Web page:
The vote-share figures show that the BJP is still a force to reckon with in these two States, which should be good news for the party, come 2019
It would be an understatement to say that the Bharatiya Janata Party has received a wake-up call through the recent Assembly poll results. A wake-up call usually is in the form of a rude jolt, but the loss of three important States in north India, all of which the party had ruled, is a hammer blow. While this does not automatically mean that the BJP is on its way to losing the 2019 Lok Sabha election, it certainly is serious enough for the party to course-correct without delay — failing which 2019 could be close to a nightmare.
In Madhya Pradesh, for instance, its vote-share is only fractionally lower than that of the Congress. Battling severe anti-incumbency of close to 15 years, the BJP put up a valiant fight till the end
That said, it is hyperbolic to suggest that, going by the results in Madhya Pradesh, Rajasthan, and Chhattisgarh, the BJP will be wiped out in 2019. While the party has failed to retain these States, its performance — barring in Chhattisgarh — is not entirely without hope. In Madhya Pradesh, for instance, its vote-share is only fractionally lower than that of the Congress. Battling severe anti-incumbency of close to 15 years, the BJP put up a valiant fight till the end, falling short of the halfway mark by a dozen seats. It certainly didn’t roll over and let the Congress trample it.
Rajasthan too offers a ray of hope in these grim moments for the party. This was one State where most pollsters had predicted a clean sweep by the Congress, given the levels of dissatisfaction with the Vasundhara Raje Government. But the BJP managed a tough fight and lost honorably. Here too, the party’s vote-share was less than one percent below that of the victorious Congress.
The vote-share figures show that the BJP is still a force to reckon with in these two States, which should be good news for the party, come 2019. Besides, it must be remembered that unlike the Congress which has just about managed to reach the half-way mark or near it, the BJP had trounced the Congress in 2013. In Rajasthan, the party had bagged 163 off the 200 seats, and in Madhya Pradesh, it had cornered 165 of the 230 seats. While in the former case, it had toppled a Congress regime, in Madhya Pradesh it had made mincemeat of the anti-incumbency factor and retained power.
Incidentally, those emphatic wins had come months before the Modi wave was to engulf the nation. However, the BJP cannot ignore the systematic erosion of its support base among the rural poor, the Scheduled Castes and Scheduled Tribes, and even the first-time and young voters, this time around.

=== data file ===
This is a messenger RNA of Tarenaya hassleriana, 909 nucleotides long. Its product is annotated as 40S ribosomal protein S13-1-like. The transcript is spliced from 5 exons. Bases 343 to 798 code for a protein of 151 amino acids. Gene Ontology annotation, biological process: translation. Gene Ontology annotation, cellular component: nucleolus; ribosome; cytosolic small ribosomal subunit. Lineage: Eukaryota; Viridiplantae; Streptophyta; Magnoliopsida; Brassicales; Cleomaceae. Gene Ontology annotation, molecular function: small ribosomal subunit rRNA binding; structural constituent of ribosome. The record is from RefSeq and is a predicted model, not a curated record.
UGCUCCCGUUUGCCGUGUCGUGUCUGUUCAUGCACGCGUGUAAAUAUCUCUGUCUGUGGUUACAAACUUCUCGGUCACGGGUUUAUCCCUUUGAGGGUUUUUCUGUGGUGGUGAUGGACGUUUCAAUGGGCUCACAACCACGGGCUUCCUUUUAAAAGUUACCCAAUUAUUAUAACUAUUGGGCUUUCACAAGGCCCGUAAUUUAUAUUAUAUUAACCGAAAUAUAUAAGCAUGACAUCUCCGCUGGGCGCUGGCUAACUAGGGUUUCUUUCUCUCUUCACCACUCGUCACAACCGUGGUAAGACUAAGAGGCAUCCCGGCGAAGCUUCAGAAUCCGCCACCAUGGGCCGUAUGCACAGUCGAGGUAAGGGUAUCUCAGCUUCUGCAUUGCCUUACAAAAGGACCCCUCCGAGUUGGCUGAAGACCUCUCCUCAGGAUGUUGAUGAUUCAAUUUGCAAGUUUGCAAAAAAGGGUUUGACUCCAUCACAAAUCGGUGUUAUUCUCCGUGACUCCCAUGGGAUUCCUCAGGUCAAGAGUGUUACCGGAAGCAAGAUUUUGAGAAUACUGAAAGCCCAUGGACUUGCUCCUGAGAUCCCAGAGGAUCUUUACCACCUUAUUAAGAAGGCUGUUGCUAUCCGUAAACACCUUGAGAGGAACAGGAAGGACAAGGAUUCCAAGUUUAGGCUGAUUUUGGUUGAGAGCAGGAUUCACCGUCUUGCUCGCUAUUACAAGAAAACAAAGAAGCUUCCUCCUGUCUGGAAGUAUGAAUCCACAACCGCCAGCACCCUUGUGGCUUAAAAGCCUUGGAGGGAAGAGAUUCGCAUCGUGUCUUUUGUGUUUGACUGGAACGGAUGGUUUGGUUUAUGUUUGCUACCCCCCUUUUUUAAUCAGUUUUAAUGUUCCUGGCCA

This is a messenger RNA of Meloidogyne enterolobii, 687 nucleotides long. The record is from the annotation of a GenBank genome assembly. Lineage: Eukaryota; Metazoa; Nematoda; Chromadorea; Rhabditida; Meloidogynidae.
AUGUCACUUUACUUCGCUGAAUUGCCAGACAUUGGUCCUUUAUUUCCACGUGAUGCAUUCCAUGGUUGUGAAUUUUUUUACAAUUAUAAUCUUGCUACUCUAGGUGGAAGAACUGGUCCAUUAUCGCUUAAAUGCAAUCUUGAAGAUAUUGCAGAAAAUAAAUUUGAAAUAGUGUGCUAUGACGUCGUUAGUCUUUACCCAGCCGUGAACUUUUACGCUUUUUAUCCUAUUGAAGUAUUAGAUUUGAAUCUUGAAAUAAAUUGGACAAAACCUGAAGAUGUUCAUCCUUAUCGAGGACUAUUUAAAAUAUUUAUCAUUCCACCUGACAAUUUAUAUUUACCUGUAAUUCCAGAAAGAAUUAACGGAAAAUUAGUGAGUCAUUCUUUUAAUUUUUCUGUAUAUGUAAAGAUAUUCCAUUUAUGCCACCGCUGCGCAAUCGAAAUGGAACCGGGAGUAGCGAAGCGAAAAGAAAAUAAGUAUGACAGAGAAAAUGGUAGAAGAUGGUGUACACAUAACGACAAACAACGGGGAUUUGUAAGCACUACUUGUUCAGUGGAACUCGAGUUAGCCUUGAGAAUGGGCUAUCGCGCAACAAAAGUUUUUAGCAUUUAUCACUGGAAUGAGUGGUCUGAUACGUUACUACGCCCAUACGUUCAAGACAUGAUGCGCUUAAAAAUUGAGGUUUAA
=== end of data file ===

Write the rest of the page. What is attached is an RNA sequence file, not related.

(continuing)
Not surprisingly, Congress has not made a fuss over EVMs this time around. Nor has it accused the Election Commission of India (ECI) of bias
Besides the usual measures, which includes introspection on a wide range of matters that led to its defeat, the BJP would do well to concentrate on the ‘None of the Above’ (NOTA) factor and seek to win over the confidence of these fence-sitters in the coming months. According to media reports, in 15 constituencies of Rajasthan, the number of NOTA registered on EVMs was more than the victory margin of the winning candidates. Arguably, had the voters not chosen NOTA, either the BJP or the Congress could have gained half a dozen more seats. From figures available, it appears that the BJP has been the bigger loser in the NOTA option in the State.
A similar situation prevailed in Madhya Pradesh where the BJP lost the battle by a whisker. Of the 13 Assembly seats where the winner triumphed by less than 2,000 votes, the BJP’s share was just four. Nearly 1.5 percent of voters across the State preferred NOTA — had even a part of these opted for the BJP, the party could well have retained the State.
Meanwhile, the Congress is upbeat, and one cannot grudge its leaders their hour of glory. It’s been a long time since the party had cause to celebrate. The results have come as a shot in the arm for party president Rahul Gandhi, who had been struggling to gain acceptability as a serious politician. His stature is certain to grow with three key north Indian States under his belt. But he is still far behind Modi in popularity ratings nationwide and remains problematic for various regional leaders. It would be simplistic to assume that the recent success will overnight make him acceptable as the undisputed leader of a broad-based national coalition to take on Modi and the BJP.
Not surprisingly, Congress has not made a fuss over EVMs this time around. Nor has it accused the Election Commission of India (ECI) of bias. In a larger sense, the real winner of the battle has been the poll panel, which successfully conducted the election to five States in this recent round. The ECI today is no longer a paper tiger; it not only bares its teeth but also bites when the occasion demands. The credit for this transformation goes a long way back to TN Seshan, the feisty Chief Election Commissioner in the first half of the 1990s. He transformed the staid poll panel. Among his earliest supporters had been Subramanian Swamy who was a Union Minister and influential politician in the early 1990s. Swamy has since continued to back the ECI’s many initiatives to enhance accountability in the electoral process, including its more recent decision to introduce the voter-verified paper audit trail (VVPAT) along with the EVM. He is certainly on the right side, given that those who continue to rant against the EVMs have failed to demonstrably prove their allegation.
1. The views expressed here are those of the author and do not necessarily represent or reflect the views of PGurus.
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